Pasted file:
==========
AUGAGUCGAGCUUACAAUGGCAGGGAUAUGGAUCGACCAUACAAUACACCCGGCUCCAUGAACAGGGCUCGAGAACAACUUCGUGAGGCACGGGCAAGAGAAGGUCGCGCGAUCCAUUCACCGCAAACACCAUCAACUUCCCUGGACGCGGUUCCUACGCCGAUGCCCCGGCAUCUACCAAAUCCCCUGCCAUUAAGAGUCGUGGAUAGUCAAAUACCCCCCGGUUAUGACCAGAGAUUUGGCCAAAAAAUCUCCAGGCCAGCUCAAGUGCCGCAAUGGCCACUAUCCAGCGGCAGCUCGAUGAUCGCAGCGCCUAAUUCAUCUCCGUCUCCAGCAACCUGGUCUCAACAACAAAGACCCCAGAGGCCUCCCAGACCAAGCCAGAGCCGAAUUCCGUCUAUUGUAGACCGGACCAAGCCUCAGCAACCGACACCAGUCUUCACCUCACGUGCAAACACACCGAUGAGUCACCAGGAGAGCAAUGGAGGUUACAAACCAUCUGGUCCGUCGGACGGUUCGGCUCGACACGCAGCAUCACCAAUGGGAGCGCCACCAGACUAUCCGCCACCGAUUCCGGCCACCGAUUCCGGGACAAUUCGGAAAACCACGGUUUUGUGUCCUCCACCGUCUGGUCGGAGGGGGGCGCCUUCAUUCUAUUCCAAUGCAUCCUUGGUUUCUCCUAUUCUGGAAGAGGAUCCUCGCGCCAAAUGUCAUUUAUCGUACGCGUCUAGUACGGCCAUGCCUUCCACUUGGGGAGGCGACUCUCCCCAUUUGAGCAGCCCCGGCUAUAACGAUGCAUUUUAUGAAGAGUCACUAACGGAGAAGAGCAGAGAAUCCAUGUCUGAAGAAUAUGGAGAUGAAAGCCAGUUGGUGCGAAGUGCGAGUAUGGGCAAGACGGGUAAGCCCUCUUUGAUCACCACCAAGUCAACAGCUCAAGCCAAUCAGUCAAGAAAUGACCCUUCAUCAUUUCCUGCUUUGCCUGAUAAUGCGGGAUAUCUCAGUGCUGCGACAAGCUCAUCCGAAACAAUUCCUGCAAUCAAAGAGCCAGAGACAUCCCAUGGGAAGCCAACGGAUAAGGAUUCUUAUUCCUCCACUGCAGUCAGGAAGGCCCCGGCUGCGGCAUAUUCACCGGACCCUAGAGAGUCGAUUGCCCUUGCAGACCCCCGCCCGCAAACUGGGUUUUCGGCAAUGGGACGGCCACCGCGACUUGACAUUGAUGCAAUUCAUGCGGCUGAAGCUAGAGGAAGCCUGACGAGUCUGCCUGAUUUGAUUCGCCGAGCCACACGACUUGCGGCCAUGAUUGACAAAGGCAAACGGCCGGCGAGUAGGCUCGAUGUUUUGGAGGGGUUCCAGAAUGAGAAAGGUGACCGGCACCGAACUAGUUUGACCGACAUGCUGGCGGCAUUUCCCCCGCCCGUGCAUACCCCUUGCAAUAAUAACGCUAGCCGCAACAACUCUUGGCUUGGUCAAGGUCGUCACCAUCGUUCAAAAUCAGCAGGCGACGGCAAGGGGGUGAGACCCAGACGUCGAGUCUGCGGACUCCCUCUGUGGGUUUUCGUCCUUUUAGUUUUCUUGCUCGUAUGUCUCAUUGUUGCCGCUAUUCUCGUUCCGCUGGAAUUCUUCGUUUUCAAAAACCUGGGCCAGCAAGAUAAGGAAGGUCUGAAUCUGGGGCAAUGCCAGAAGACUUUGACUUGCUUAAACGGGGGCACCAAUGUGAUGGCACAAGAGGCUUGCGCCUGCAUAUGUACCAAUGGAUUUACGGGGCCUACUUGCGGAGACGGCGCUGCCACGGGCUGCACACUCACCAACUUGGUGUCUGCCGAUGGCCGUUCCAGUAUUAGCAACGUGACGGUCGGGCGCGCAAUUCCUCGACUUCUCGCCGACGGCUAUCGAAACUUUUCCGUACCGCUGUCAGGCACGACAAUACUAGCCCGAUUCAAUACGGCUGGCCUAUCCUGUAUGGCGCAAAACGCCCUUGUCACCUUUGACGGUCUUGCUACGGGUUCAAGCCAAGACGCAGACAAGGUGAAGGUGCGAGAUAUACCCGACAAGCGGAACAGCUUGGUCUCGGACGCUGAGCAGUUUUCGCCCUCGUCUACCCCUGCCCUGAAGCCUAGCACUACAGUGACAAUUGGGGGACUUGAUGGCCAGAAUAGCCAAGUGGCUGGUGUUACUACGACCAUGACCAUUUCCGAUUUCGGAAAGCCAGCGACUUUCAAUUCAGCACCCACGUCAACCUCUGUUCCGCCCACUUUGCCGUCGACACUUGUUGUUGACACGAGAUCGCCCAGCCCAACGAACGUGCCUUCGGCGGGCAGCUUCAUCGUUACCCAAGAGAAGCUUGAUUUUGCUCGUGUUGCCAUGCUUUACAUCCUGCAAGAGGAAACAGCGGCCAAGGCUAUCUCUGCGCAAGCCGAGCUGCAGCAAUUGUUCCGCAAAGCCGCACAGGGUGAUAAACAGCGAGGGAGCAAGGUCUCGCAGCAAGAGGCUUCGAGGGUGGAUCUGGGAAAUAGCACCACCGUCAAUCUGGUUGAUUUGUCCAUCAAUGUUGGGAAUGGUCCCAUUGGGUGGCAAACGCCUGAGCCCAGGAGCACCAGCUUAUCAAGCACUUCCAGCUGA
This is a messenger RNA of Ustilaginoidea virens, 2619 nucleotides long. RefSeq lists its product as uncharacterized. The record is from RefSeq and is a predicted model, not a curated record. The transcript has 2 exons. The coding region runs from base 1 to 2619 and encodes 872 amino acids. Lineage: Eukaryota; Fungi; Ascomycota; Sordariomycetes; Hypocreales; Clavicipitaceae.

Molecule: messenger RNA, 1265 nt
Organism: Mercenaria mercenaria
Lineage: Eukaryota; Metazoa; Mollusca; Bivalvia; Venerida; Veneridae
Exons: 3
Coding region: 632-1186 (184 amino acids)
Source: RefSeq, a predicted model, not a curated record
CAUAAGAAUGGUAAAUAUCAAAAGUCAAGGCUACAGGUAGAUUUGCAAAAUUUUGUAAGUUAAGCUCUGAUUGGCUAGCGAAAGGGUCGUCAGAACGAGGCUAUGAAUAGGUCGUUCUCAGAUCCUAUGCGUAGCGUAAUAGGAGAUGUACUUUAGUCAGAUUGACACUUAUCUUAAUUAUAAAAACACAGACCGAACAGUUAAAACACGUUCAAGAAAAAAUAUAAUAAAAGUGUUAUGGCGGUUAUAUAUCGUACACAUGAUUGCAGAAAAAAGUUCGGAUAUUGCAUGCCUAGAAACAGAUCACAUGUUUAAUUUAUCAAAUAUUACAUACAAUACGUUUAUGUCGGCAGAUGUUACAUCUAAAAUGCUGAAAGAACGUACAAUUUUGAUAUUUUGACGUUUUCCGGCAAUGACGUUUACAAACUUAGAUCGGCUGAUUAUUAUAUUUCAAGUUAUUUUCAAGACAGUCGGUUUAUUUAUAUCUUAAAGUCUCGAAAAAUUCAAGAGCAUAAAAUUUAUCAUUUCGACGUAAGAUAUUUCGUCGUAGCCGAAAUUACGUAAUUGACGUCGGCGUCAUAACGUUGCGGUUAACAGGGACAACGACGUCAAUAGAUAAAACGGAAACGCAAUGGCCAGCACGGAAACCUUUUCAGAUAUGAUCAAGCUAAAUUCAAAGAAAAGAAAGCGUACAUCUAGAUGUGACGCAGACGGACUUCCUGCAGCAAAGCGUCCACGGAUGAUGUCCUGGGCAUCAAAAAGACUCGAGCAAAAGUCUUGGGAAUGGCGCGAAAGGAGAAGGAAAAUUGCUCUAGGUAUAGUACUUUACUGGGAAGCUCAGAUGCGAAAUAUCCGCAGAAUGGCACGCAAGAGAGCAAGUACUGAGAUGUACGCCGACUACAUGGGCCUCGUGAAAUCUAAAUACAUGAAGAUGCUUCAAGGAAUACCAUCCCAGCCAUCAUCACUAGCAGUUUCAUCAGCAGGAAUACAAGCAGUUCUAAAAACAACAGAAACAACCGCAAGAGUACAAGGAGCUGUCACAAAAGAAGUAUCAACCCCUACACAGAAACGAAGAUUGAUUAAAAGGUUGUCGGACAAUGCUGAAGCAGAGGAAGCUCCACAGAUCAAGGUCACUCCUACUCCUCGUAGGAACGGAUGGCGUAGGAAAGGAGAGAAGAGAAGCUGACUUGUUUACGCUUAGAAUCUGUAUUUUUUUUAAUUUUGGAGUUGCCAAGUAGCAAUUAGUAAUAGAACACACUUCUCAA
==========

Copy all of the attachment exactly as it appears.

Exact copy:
AUGAGUCGAGCUUACAAUGGCAGGGAUAUGGAUCGACCAUACAAUACACCCGGCUCCAUGAACAGGGCUCGAGAACAACUUCGUGAGGCACGGGCAAGAGAAGGUCGCGCGAUCCAUUCACCGCAAACACCAUCAACUUCCCUGGACGCGGUUCCUACGCCGAUGCCCCGGCAUCUACCAAAUCCCCUGCCAUUAAGAGUCGUGGAUAGUCAAAUACCCCCCGGUUAUGACCAGAGAUUUGGCCAAAAAAUCUCCAGGCCAGCUCAAGUGCCGCAAUGGCCACUAUCCAGCGGCAGCUCGAUGAUCGCAGCGCCUAAUUCAUCUCCGUCUCCAGCAACCUGGUCUCAACAACAAAGACCCCAGAGGCCUCCCAGACCAAGCCAGAGCCGAAUUCCGUCUAUUGUAGACCGGACCAAGCCUCAGCAACCGACACCAGUCUUCACCUCACGUGCAAACACACCGAUGAGUCACCAGGAGAGCAAUGGAGGUUACAAACCAUCUGGUCCGUCGGACGGUUCGGCUCGACACGCAGCAUCACCAAUGGGAGCGCCACCAGACUAUCCGCCACCGAUUCCGGCCACCGAUUCCGGGACAAUUCGGAAAACCACGGUUUUGUGUCCUCCACCGUCUGGUCGGAGGGGGGCGCCUUCAUUCUAUUCCAAUGCAUCCUUGGUUUCUCCUAUUCUGGAAGAGGAUCCUCGCGCCAAAUGUCAUUUAUCGUACGCGUCUAGUACGGCCAUGCCUUCCACUUGGGGAGGCGACUCUCCCCAUUUGAGCAGCCCCGGCUAUAACGAUGCAUUUUAUGAAGAGUCACUAACGGAGAAGAGCAGAGAAUCCAUGUCUGAAGAAUAUGGAGAUGAAAGCCAGUUGGUGCGAAGUGCGAGUAUGGGCAAGACGGGUAAGCCCUCUUUGAUCACCACCAAGUCAACAGCUCAAGCCAAUCAGUCAAGAAAUGACCCUUCAUCAUUUCCUGCUUUGCCUGAUAAUGCGGGAUAUCUCAGUGCUGCGACAAGCUCAUCCGAAACAAUUCCUGCAAUCAAAGAGCCAGAGACAUCCCAUGGGAAGCCAACGGAUAAGGAUUCUUAUUCCUCCACUGCAGUCAGGAAGGCCCCGGCUGCGGCAUAUUCACCGGACCCUAGAGAGUCGAUUGCCCUUGCAGACCCCCGCCCGCAAACUGGGUUUUCGGCAAUGGGACGGCCACCGCGACUUGACAUUGAUGCAAUUCAUGCGGCUGAAGCUAGAGGAAGCCUGACGAGUCUGCCUGAUUUGAUUCGCCGAGCCACACGACUUGCGGCCAUGAUUGACAAAGGCAAACGGCCGGCGAGUAGGCUCGAUGUUUUGGAGGGGUUCCAGAAUGAGAAAGGUGACCGGCACCGAACUAGUUUGACCGACAUGCUGGCGGCAUUUCCCCCGCCCGUGCAUACCCCUUGCAAUAAUAACGCUAGCCGCAACAACUCUUGGCUUGGUCAAGGUCGUCACCAUCGUUCAAAAUCAGCAGGCGACGGCAAGGGGGUGAGACCCAGACGUCGAGUCUGCGGACUCCCUCUGUGGGUUUUCGUCCUUUUAGUUUUCUUGCUCGUAUGUCUCAUUGUUGCCGCUAUUCUCGUUCCGCUGGAAUUCUUCGUUUUCAAAAACCUGGGCCAGCAAGAUAAGGAAGGUCUGAAUCUGGGGCAAUGCCAGAAGACUUUGACUUGCUUAAACGGGGGCACCAAUGUGAUGGCACAAGAGGCUUGCGCCUGCAUAUGUACCAAUGGAUUUACGGGGCCUACUUGCGGAGACGGCGCUGCCACGGGCUGCACACUCACCAACUUGGUGUCUGCCGAUGGCCGUUCCAGUAUUAGCAACGUGACGGUCGGGCGCGCAAUUCCUCGACUUCUCGCCGACGGCUAUCGAAACUUUUCCGUACCGCUGUCAGGCACGACAAUACUAGCCCGAUUCAAUACGGCUGGCCUAUCCUGUAUGGCGCAAAACGCCCUUGUCACCUUUGACGGUCUUGCUACGGGUUCAAGCCAAGACGCAGACAAGGUGAAGGUGCGAGAUAUACCCGACAAGCGGAACAGCUUGGUCUCGGACGCUGAGCAGUUUUCGCCCUCGUCUACCCCUGCCCUGAAGCCUAGCACUACAGUGACAAUUGGGGGACUUGAUGGCCAGAAUAGCCAAGUGGCUGGUGUUACUACGACCAUGACCAUUUCCGAUUUCGGAAAGCCAGCGACUUUCAAUUCAGCACCCACGUCAACCUCUGUUCCGCCCACUUUGCCGUCGACACUUGUUGUUGACACGAGAUCGCCCAGCCCAACGAACGUGCCUUCGGCGGGCAGCUUCAUCGUUACCCAAGAGAAGCUUGAUUUUGCUCGUGUUGCCAUGCUUUACAUCCUGCAAGAGGAAACAGCGGCCAAGGCUAUCUCUGCGCAAGCCGAGCUGCAGCAAUUGUUCCGCAAAGCCGCACAGGGUGAUAAACAGCGAGGGAGCAAGGUCUCGCAGCAAGAGGCUUCGAGGGUGGAUCUGGGAAAUAGCACCACCGUCAAUCUGGUUGAUUUGUCCAUCAAUGUUGGGAAUGGUCCCAUUGGGUGGCAAACGCCUGAGCCCAGGAGCACCAGCUUAUCAAGCACUUCCAGCUGA
This is a messenger RNA of Ustilaginoidea virens, 2619 nucleotides long. RefSeq lists its product as uncharacterized. The record is from RefSeq and is a predicted model, not a curated record. The transcript has 2 exons. The coding region runs from base 1 to 2619 and encodes 872 amino acids. Lineage: Eukaryota; Fungi; Ascomycota; Sordariomycetes; Hypocreales; Clavicipitaceae.

Molecule: messenger RNA, 1265 nt
Organism: Mercenaria mercenaria
Lineage: Eukaryota; Metazoa; Mollusca; Bivalvia; Venerida; Veneridae
Exons: 3
Coding region: 632-1186 (184 amino acids)
Source: RefSeq, a predicted model, not a curated record
CAUAAGAAUGGUAAAUAUCAAAAGUCAAGGCUACAGGUAGAUUUGCAAAAUUUUGUAAGUUAAGCUCUGAUUGGCUAGCGAAAGGGUCGUCAGAACGAGGCUAUGAAUAGGUCGUUCUCAGAUCCUAUGCGUAGCGUAAUAGGAGAUGUACUUUAGUCAGAUUGACACUUAUCUUAAUUAUAAAAACACAGACCGAACAGUUAAAACACGUUCAAGAAAAAAUAUAAUAAAAGUGUUAUGGCGGUUAUAUAUCGUACACAUGAUUGCAGAAAAAAGUUCGGAUAUUGCAUGCCUAGAAACAGAUCACAUGUUUAAUUUAUCAAAUAUUACAUACAAUACGUUUAUGUCGGCAGAUGUUACAUCUAAAAUGCUGAAAGAACGUACAAUUUUGAUAUUUUGACGUUUUCCGGCAAUGACGUUUACAAACUUAGAUCGGCUGAUUAUUAUAUUUCAAGUUAUUUUCAAGACAGUCGGUUUAUUUAUAUCUUAAAGUCUCGAAAAAUUCAAGAGCAUAAAAUUUAUCAUUUCGACGUAAGAUAUUUCGUCGUAGCCGAAAUUACGUAAUUGACGUCGGCGUCAUAACGUUGCGGUUAACAGGGACAACGACGUCAAUAGAUAAAACGGAAACGCAAUGGCCAGCACGGAAACCUUUUCAGAUAUGAUCAAGCUAAAUUCAAAGAAAAGAAAGCGUACAUCUAGAUGUGACGCAGACGGACUUCCUGCAGCAAAGCGUCCACGGAUGAUGUCCUGGGCAUCAAAAAGACUCGAGCAAAAGUCUUGGGAAUGGCGCGAAAGGAGAAGGAAAAUUGCUCUAGGUAUAGUACUUUACUGGGAAGCUCAGAUGCGAAAUAUCCGCAGAAUGGCACGCAAGAGAGCAAGUACUGAGAUGUACGCCGACUACAUGGGCCUCGUGAAAUCUAAAUACAUGAAGAUGCUUCAAGGAAUACCAUCCCAGCCAUCAUCACUAGCAGUUUCAUCAGCAGGAAUACAAGCAGUUCUAAAAACAACAGAAACAACCGCAAGAGUACAAGGAGCUGUCACAAAAGAAGUAUCAACCCCUACACAGAAACGAAGAUUGAUUAAAAGGUUGUCGGACAAUGCUGAAGCAGAGGAAGCUCCACAGAUCAAGGUCACUCCUACUCCUCGUAGGAACGGAUGGCGUAGGAAAGGAGAGAAGAGAAGCUGACUUGUUUACGCUUAGAAUCUGUAUUUUUUUUAAUUUUGGAGUUGCCAAGUAGCAAUUAGUAAUAGAACACACUUCUCAA